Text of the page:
the dynamics that propelled a separatist ideology were in operation. In the arena of social dynamics, nowhere was this more apparent than in relationships between black men and white women. There were still a few open inter-racial relationships between black men and white women, but these were becoming less visible, and viewed less a challenge to racism than a weakness on the part of black men. The term used by black SNCC workers to describe these relationships was "backsliding", the derogatory code for black men whose once open relationships with their white co-workers were no longer acceptable. Black power was beginning to codify the relationships of blacks and whites. Tensions were amplified by the constant threat of violence, the apparent failure of our political efforts and the crisis in direction.
My relationships were no exception. It was understood that black men and white women did not display their personal relationships in public. Black men and white women who might find a way to share a night together when circumstances allowed, would still conform to the daytime standard of professional communications and routine pleasantries. These were relationships that had no place in the new rules of race, politics and gender. The black co-worker who worked side by side with me during the day, dared not, or chose not to show affection or acknowledge what we shared in private, under the penalty of social disapproval and loss of authority. This was the backdrop of the Waveland position paper, the emotional reality of women whose personal lives were fused to their political lives, and whose personal ties to the men in their lives were disallowed by the political reality of the fall of 1964.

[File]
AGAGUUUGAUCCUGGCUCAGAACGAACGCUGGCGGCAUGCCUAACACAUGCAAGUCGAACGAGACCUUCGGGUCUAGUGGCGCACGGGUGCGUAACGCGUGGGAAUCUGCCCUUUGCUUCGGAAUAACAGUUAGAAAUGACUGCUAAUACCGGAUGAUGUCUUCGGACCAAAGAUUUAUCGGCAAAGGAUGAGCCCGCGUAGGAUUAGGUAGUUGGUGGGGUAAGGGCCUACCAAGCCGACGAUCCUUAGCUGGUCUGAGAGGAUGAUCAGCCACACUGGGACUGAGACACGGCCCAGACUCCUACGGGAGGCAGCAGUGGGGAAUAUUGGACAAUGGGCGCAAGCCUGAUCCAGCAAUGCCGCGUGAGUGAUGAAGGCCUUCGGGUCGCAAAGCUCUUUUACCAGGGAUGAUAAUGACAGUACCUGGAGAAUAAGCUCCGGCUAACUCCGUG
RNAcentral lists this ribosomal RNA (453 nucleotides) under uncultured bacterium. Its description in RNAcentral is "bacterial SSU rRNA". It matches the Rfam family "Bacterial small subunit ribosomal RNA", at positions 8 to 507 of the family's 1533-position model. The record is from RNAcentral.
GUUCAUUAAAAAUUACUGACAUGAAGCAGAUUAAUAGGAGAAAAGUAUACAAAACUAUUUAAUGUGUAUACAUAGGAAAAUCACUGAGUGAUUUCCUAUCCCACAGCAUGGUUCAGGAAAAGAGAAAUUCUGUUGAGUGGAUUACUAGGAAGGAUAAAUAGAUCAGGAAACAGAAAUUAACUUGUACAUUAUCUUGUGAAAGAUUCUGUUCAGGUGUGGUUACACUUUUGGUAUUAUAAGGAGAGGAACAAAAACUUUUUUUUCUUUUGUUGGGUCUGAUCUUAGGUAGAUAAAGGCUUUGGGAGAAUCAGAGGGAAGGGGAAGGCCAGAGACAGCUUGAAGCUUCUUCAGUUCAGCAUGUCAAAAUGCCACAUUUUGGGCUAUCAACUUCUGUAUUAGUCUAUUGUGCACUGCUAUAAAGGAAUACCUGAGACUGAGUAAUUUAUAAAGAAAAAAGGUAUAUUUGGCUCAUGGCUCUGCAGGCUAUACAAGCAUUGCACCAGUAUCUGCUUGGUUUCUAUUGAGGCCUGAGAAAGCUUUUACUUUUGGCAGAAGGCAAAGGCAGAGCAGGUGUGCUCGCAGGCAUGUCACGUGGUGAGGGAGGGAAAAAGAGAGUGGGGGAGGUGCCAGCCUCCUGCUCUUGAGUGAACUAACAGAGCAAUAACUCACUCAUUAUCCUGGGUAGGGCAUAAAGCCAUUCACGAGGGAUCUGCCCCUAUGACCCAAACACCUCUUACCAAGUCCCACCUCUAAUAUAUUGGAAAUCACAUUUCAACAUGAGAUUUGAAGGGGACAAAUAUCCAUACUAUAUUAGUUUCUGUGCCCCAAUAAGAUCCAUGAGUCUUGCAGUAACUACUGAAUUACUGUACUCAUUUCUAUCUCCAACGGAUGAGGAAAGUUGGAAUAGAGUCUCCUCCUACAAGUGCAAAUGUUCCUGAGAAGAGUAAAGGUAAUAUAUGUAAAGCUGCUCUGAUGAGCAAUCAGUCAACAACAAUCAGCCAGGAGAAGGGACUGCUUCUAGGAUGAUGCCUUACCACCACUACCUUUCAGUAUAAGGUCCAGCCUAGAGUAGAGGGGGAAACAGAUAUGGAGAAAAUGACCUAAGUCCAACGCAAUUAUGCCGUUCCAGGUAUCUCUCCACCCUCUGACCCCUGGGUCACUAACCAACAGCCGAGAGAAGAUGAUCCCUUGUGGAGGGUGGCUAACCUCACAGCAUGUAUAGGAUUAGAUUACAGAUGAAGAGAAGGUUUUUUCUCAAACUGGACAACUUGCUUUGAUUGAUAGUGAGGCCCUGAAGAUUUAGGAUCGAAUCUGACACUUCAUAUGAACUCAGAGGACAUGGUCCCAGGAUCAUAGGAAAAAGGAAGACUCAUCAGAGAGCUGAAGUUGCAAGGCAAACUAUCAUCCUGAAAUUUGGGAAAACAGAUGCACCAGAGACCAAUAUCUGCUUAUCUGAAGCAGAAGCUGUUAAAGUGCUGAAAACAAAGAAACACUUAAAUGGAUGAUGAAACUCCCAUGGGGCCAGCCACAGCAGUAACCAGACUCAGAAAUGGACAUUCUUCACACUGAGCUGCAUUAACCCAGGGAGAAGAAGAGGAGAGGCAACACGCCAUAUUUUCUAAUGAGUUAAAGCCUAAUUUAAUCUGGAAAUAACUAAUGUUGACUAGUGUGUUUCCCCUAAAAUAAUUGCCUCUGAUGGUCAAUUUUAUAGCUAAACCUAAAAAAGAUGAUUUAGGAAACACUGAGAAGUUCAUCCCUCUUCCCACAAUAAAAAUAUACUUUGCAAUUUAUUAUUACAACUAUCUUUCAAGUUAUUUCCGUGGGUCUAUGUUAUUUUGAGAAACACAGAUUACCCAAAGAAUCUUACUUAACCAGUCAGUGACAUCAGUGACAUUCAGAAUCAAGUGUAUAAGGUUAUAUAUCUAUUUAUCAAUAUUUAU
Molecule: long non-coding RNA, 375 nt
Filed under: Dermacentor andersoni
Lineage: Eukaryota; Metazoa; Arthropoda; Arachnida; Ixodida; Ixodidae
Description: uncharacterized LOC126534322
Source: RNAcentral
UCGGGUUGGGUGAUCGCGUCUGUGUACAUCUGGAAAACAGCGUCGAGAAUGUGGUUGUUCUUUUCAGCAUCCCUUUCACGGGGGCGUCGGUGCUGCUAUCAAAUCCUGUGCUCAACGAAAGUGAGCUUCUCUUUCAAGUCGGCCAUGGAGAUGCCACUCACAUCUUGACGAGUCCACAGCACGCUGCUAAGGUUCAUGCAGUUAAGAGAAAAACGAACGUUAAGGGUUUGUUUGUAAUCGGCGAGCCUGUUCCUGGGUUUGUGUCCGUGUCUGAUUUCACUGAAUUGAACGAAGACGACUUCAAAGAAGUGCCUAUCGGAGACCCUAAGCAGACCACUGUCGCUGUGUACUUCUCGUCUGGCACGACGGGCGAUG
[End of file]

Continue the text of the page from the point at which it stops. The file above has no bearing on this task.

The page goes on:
Our new feminist consciousness, birthed by the emerging discussions of gender, and emboldened by the expanded arena of responsibility that we assumed for daily operations, faced a terrible contradiction. As we argued in the position paper, it was the women, black and white, who kept the field operations going while the leadership agonized over next steps. And yet, the public face of the organization was self-consciously male. I see the dual pain of being ignored as professionals, and at the same time, being rejected publicly as partners, as part of the fermentation of feminist thought at Literacy House and part of the anger that fueled the Waveland Position Paper. We couldn't speak of the pain, even to each other. But we could bond together as women and speak of the injustices of sexism, where the parallels to racism were clear.
These were the days when emotions bled into politics. The words and logic that I contributed to the Waveland position paper came from my mind, the belief that I had the right to speak came from the SNCC climate of challenge, but the raw emotion that drove me to speak came from my experiences as a white woman in a climate where interracial relationships were disdainfully termed "backsliding," held up as an affront to black women and black culture; where the relationship between myself and a black staff member had to be kept secret from his colleagues in keeping with the political/social conventions of the day. As a woman, I looked around at the work that women and men performed in the movement and saw pervasive gender inequity; but it was the sense of betrayal emanating from my personal relationships that ignited the logic, transforming it from an intellectual argument around gender equality into an emotional assault on the attitudes and practices of sexism. It was not difficult for me to rage against the sexism I experienced and witnessed in the struggle, but my white women friends and I seldom talked of the other, the emotional rejection (whether sexual or platonic) that we felt from the brilliant and courageous men we admired and adored.